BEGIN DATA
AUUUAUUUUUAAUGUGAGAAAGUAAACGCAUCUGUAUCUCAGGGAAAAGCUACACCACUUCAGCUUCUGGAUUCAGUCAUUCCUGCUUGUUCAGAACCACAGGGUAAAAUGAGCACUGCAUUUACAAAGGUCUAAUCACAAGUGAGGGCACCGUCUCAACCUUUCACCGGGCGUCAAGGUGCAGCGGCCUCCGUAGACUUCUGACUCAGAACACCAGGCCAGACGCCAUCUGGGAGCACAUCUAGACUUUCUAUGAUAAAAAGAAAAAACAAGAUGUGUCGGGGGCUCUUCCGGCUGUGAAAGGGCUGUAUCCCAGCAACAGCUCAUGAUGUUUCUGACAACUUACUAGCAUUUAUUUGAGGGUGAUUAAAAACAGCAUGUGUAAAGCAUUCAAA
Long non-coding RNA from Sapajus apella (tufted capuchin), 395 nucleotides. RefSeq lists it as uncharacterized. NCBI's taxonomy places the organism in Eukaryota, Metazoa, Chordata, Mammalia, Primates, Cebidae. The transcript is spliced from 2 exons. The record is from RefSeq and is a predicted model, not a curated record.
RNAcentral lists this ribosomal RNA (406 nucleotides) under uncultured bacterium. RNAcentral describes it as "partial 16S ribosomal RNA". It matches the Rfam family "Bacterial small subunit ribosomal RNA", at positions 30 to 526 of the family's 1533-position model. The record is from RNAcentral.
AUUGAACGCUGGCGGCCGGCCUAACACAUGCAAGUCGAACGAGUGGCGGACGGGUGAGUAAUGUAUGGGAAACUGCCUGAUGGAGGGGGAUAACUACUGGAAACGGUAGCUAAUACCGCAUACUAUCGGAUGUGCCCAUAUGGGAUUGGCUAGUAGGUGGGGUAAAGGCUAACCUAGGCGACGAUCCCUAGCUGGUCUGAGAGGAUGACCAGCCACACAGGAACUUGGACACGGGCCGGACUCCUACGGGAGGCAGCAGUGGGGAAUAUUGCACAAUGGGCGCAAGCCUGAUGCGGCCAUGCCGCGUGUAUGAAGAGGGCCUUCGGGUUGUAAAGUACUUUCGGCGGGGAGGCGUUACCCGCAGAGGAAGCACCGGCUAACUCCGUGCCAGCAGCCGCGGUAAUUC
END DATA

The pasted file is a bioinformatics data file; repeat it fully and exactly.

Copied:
AUUUAUUUUUAAUGUGAGAAAGUAAACGCAUCUGUAUCUCAGGGAAAAGCUACACCACUUCAGCUUCUGGAUUCAGUCAUUCCUGCUUGUUCAGAACCACAGGGUAAAAUGAGCACUGCAUUUACAAAGGUCUAAUCACAAGUGAGGGCACCGUCUCAACCUUUCACCGGGCGUCAAGGUGCAGCGGCCUCCGUAGACUUCUGACUCAGAACACCAGGCCAGACGCCAUCUGGGAGCACAUCUAGACUUUCUAUGAUAAAAAGAAAAAACAAGAUGUGUCGGGGGCUCUUCCGGCUGUGAAAGGGCUGUAUCCCAGCAACAGCUCAUGAUGUUUCUGACAACUUACUAGCAUUUAUUUGAGGGUGAUUAAAAACAGCAUGUGUAAAGCAUUCAAA
Long non-coding RNA from Sapajus apella (tufted capuchin), 395 nucleotides. RefSeq lists it as uncharacterized. NCBI's taxonomy places the organism in Eukaryota, Metazoa, Chordata, Mammalia, Primates, Cebidae. The transcript is spliced from 2 exons. The record is from RefSeq and is a predicted model, not a curated record.
RNAcentral lists this ribosomal RNA (406 nucleotides) under uncultured bacterium. RNAcentral describes it as "partial 16S ribosomal RNA". It matches the Rfam family "Bacterial small subunit ribosomal RNA", at positions 30 to 526 of the family's 1533-position model. The record is from RNAcentral.
AUUGAACGCUGGCGGCCGGCCUAACACAUGCAAGUCGAACGAGUGGCGGACGGGUGAGUAAUGUAUGGGAAACUGCCUGAUGGAGGGGGAUAACUACUGGAAACGGUAGCUAAUACCGCAUACUAUCGGAUGUGCCCAUAUGGGAUUGGCUAGUAGGUGGGGUAAAGGCUAACCUAGGCGACGAUCCCUAGCUGGUCUGAGAGGAUGACCAGCCACACAGGAACUUGGACACGGGCCGGACUCCUACGGGAGGCAGCAGUGGGGAAUAUUGCACAAUGGGCGCAAGCCUGAUGCGGCCAUGCCGCGUGUAUGAAGAGGGCCUUCGGGUUGUAAAGUACUUUCGGCGGGGAGGCGUUACCCGCAGAGGAAGCACCGGCUAACUCCGUGCCAGCAGCCGCGGUAAUUC